The Turkish prime minister has cautioned Europeans not to let a mutual lack of respect between cultures and religions harden. The clash of civilisations, he said, throws world peace into doubt.
The leader of the moderate Islamic AKP party was speaking at the Council of Europe’s Parliamentary Assembly. In Strasbourg, Recep Tayyip Erdogan said: “To begin with, we must respect each other’s sensitivities. Yes to criticism, no to insult. Incitement to hatred breeds violence.” He added: “We see Islamophobia – like Anti-Semitism – as a crime against humanity,” and he invited Europeans to react.
Officially secular Turkey, whose population of some 70 million is mostly Muslim, is a historical crossroad of cultures. Public opinion in Europe has brought pressure on EU leaders to reconsider the bloc’s capacity to integrate such a large country in possible future enlargements.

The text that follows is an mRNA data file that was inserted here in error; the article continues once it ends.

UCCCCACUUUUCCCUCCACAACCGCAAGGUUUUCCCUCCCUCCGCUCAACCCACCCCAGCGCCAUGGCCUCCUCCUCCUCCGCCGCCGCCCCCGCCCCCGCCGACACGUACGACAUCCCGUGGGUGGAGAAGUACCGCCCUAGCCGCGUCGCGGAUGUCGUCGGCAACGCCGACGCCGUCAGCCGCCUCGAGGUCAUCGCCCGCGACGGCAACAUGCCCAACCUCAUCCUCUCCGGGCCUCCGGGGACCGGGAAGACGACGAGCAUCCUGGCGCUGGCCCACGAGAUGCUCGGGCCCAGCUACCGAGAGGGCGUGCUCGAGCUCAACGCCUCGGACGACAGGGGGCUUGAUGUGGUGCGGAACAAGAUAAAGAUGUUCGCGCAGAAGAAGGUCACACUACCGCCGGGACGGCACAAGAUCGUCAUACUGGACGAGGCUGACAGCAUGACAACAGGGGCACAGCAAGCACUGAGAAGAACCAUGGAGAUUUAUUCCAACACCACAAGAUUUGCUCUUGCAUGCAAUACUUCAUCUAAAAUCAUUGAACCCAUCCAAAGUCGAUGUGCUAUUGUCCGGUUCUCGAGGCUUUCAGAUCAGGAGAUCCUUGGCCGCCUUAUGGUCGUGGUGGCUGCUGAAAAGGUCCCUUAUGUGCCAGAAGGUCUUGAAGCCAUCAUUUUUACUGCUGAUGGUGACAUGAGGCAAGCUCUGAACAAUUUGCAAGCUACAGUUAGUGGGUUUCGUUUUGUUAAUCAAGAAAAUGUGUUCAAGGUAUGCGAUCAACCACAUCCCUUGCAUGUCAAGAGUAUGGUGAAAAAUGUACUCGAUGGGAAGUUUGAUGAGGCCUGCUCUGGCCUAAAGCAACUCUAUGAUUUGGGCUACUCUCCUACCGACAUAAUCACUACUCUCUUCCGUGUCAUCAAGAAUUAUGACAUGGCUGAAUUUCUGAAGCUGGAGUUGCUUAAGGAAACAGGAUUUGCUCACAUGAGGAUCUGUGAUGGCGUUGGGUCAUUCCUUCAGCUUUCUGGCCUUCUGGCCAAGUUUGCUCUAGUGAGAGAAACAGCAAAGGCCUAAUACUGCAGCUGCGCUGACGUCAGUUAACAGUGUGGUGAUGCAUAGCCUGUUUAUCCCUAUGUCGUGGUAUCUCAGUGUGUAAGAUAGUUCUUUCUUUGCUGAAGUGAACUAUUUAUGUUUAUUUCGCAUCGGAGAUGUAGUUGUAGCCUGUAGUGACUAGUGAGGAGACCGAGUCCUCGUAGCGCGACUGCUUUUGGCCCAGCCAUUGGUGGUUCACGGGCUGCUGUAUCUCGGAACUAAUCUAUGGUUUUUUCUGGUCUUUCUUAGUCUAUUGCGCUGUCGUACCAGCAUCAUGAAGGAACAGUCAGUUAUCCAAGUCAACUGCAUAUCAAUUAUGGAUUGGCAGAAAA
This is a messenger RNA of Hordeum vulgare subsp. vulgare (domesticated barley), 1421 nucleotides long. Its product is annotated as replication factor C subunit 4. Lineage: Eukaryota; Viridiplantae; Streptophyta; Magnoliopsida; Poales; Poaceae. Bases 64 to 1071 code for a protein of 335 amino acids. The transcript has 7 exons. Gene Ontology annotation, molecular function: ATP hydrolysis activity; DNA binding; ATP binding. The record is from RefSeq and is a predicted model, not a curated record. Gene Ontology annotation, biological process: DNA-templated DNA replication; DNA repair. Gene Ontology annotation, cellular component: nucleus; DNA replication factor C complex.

Its EU membership candidacy was finally achieved in 1999, the adhesion talks starting the same day as Croatia, last October. The process is expected to stretch over at least a decade, with many Europeans calling for an outcome of less than full membership.